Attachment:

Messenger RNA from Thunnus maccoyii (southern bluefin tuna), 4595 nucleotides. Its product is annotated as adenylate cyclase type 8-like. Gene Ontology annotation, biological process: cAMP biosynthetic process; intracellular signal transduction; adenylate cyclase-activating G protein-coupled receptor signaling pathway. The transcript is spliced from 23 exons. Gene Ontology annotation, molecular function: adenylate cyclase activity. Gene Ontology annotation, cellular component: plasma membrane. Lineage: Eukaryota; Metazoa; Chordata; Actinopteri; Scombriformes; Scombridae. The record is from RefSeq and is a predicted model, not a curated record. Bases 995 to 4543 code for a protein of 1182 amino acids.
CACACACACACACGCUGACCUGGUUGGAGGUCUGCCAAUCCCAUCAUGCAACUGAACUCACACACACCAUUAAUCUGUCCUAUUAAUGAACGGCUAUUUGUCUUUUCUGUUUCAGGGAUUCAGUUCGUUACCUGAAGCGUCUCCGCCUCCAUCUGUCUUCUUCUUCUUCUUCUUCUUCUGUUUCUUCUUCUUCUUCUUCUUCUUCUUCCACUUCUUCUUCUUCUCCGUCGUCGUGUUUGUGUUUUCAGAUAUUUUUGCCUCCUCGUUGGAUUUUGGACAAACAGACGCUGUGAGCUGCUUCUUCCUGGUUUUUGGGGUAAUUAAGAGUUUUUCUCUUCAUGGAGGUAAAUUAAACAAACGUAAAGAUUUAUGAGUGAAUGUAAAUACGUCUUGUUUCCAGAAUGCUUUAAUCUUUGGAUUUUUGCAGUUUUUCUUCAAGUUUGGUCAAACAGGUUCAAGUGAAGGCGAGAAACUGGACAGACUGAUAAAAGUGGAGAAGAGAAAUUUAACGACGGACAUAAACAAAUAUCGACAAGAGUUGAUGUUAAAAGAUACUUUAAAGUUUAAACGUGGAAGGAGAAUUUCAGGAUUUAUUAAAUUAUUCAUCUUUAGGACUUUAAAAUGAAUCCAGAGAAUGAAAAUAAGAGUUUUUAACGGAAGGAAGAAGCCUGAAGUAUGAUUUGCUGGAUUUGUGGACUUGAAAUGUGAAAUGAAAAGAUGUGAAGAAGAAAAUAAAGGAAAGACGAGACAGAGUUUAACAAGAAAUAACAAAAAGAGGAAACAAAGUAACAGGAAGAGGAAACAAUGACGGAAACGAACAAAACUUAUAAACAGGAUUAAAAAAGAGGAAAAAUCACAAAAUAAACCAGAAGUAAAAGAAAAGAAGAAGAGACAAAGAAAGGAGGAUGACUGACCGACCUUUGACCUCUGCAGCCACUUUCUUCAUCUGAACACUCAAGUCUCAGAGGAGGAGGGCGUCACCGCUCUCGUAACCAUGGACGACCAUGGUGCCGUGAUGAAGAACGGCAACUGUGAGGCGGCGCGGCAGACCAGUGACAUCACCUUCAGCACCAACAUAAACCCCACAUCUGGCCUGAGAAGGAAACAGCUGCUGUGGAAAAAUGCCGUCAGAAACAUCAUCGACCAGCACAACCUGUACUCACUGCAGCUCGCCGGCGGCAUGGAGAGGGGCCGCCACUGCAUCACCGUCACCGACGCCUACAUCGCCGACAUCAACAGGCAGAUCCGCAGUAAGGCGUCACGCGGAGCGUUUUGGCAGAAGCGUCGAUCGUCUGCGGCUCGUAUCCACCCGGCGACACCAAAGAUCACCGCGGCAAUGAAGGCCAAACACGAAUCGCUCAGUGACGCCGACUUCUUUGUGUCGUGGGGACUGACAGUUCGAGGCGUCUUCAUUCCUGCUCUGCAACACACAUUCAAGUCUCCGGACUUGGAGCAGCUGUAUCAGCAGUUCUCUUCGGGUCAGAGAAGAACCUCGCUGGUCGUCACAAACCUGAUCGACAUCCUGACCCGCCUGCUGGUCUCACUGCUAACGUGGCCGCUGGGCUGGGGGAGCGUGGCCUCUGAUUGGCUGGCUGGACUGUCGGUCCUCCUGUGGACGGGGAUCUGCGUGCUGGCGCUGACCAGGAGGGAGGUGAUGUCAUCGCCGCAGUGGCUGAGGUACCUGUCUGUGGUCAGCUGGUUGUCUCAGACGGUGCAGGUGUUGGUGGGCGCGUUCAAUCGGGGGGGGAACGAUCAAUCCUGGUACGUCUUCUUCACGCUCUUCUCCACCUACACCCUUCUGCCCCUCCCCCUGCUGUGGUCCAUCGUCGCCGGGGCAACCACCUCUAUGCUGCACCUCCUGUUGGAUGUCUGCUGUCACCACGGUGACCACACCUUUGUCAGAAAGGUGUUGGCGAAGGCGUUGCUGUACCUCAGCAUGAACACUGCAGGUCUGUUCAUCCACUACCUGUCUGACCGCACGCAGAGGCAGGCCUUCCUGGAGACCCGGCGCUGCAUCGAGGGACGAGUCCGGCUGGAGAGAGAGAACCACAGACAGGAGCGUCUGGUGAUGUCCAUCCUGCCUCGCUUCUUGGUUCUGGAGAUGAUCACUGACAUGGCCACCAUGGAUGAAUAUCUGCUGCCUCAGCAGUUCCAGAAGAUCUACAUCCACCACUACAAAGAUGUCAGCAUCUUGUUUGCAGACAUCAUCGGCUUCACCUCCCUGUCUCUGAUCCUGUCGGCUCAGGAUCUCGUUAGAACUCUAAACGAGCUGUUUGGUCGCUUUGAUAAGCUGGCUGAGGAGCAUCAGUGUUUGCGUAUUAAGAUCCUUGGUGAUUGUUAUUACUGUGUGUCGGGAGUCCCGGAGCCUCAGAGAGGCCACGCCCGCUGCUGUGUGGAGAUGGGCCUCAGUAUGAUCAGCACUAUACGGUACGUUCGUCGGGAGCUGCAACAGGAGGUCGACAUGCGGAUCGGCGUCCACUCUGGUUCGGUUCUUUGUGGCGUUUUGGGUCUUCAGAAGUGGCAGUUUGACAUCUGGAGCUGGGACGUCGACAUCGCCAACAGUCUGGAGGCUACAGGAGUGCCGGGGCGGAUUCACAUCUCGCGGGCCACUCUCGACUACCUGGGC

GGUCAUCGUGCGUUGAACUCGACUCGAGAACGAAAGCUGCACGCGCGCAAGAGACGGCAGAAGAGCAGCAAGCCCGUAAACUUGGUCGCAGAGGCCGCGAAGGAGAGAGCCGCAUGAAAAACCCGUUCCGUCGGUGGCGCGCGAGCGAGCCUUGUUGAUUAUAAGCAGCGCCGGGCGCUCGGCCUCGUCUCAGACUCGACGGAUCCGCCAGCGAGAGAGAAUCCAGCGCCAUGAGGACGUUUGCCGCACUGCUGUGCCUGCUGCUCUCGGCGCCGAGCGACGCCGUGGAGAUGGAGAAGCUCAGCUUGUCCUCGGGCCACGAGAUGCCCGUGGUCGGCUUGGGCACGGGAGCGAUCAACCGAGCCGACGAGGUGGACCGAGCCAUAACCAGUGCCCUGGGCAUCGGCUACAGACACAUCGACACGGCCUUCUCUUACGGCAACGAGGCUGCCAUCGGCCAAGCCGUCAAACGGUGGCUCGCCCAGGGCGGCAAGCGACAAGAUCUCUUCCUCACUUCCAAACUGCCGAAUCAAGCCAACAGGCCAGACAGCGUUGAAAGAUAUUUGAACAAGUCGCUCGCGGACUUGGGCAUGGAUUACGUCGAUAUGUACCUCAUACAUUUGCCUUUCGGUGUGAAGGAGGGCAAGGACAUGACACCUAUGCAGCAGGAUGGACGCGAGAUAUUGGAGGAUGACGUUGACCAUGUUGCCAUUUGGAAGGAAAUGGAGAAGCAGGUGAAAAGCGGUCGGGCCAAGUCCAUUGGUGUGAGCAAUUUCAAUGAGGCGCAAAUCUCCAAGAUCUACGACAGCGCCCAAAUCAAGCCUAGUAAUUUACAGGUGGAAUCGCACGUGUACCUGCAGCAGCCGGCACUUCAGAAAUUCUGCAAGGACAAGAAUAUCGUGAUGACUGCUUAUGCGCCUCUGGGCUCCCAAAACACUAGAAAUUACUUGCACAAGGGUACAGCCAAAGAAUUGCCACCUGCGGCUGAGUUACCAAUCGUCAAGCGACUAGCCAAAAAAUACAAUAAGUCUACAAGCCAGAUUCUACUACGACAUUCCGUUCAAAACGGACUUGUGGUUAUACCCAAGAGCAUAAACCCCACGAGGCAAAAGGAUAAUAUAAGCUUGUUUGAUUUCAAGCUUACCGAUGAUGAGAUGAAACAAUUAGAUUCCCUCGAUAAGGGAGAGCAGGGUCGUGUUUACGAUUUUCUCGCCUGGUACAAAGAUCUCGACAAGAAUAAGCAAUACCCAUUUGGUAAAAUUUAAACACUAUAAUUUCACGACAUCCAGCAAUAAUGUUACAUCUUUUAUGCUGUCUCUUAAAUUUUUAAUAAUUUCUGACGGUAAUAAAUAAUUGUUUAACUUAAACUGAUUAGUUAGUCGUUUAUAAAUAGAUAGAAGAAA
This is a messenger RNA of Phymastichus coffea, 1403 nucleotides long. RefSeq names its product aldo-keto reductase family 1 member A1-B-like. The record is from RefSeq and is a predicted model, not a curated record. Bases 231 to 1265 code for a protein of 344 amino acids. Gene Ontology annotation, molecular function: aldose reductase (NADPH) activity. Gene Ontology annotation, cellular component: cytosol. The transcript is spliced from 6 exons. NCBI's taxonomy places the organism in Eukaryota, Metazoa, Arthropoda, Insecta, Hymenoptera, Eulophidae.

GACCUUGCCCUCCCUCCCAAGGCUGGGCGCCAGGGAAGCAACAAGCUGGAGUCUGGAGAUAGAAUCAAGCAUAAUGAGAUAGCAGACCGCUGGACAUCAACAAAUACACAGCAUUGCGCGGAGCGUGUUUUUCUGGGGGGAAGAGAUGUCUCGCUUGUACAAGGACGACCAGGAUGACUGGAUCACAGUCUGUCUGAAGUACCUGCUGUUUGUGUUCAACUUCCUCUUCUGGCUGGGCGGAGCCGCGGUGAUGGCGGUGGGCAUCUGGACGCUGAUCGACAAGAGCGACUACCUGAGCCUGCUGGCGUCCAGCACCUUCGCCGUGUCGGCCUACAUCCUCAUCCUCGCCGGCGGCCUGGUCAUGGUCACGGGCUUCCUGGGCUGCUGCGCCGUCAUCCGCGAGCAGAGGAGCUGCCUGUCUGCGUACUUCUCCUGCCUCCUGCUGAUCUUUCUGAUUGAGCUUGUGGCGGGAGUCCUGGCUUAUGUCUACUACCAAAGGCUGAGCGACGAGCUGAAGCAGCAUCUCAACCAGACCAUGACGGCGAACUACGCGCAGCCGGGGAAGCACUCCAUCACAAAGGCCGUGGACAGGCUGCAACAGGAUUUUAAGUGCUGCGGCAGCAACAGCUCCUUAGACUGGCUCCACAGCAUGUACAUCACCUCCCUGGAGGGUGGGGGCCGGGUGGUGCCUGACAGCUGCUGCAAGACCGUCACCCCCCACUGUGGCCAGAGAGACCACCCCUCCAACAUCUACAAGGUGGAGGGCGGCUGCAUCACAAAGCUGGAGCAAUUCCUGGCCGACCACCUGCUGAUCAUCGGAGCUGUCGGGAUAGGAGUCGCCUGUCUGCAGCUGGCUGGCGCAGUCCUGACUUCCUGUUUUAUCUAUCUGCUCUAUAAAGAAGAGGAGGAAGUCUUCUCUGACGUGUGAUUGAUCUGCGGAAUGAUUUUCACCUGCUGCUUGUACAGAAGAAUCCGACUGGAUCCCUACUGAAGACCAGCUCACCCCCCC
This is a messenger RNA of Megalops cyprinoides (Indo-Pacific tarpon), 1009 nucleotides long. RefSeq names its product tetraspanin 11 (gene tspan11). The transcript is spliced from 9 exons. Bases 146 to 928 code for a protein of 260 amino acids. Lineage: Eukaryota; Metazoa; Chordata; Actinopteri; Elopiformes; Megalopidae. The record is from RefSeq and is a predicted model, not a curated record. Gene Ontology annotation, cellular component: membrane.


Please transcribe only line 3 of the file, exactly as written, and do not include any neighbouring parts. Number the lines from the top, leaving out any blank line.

GGUCAUCGUGCGUUGAACUCGACUCGAGAACGAAAGCUGCACGCGCGCAAGAGACGGCAGAAGAGCAGCAAGCCCGUAAACUUGGUCGCAGAGGCCGCGAAGGAGAGAGCCGCAUGAAAAACCCGUUCCGUCGGUGGCGCGCGAGCGAGCCUUGUUGAUUAUAAGCAGCGCCGGGCGCUCGGCCUCGUCUCAGACUCGACGGAUCCGCCAGCGAGAGAGAAUCCAGCGCCAUGAGGACGUUUGCCGCACUGCUGUGCCUGCUGCUCUCGGCGCCGAGCGACGCCGUGGAGAUGGAGAAGCUCAGCUUGUCCUCGGGCCACGAGAUGCCCGUGGUCGGCUUGGGCACGGGAGCGAUCAACCGAGCCGACGAGGUGGACCGAGCCAUAACCAGUGCCCUGGGCAUCGGCUACAGACACAUCGACACGGCCUUCUCUUACGGCAACGAGGCUGCCAUCGGCCAAGCCGUCAAACGGUGGCUCGCCCAGGGCGGCAAGCGACAAGAUCUCUUCCUCACUUCCAAACUGCCGAAUCAAGCCAACAGGCCAGACAGCGUUGAAAGAUAUUUGAACAAGUCGCUCGCGGACUUGGGCAUGGAUUACGUCGAUAUGUACCUCAUACAUUUGCCUUUCGGUGUGAAGGAGGGCAAGGACAUGACACCUAUGCAGCAGGAUGGACGCGAGAUAUUGGAGGAUGACGUUGACCAUGUUGCCAUUUGGAAGGAAAUGGAGAAGCAGGUGAAAAGCGGUCGGGCCAAGUCCAUUGGUGUGAGCAAUUUCAAUGAGGCGCAAAUCUCCAAGAUCUACGACAGCGCCCAAAUCAAGCCUAGUAAUUUACAGGUGGAAUCGCACGUGUACCUGCAGCAGCCGGCACUUCAGAAAUUCUGCAAGGACAAGAAUAUCGUGAUGACUGCUUAUGCGCCUCUGGGCUCCCAAAACACUAGAAAUUACUUGCACAAGGGUACAGCCAAAGAAUUGCCACCUGCGGCUGAGUUACCAAUCGUCAAGCGACUAGCCAAAAAAUACAAUAAGUCUACAAGCCAGAUUCUACUACGACAUUCCGUUCAAAACGGACUUGUGGUUAUACCCAAGAGCAUAAACCCCACGAGGCAAAAGGAUAAUAUAAGCUUGUUUGAUUUCAAGCUUACCGAUGAUGAGAUGAAACAAUUAGAUUCCCUCGAUAAGGGAGAGCAGGGUCGUGUUUACGAUUUUCUCGCCUGGUACAAAGAUCUCGACAAGAAUAAGCAAUACCCAUUUGGUAAAAUUUAAACACUAUAAUUUCACGACAUCCAGCAAUAAUGUUACAUCUUUUAUGCUGUCUCUUAAAUUUUUAAUAAUUUCUGACGGUAAUAAAUAAUUGUUUAACUUAAACUGAUUAGUUAGUCGUUUAUAAAUAGAUAGAAGAAA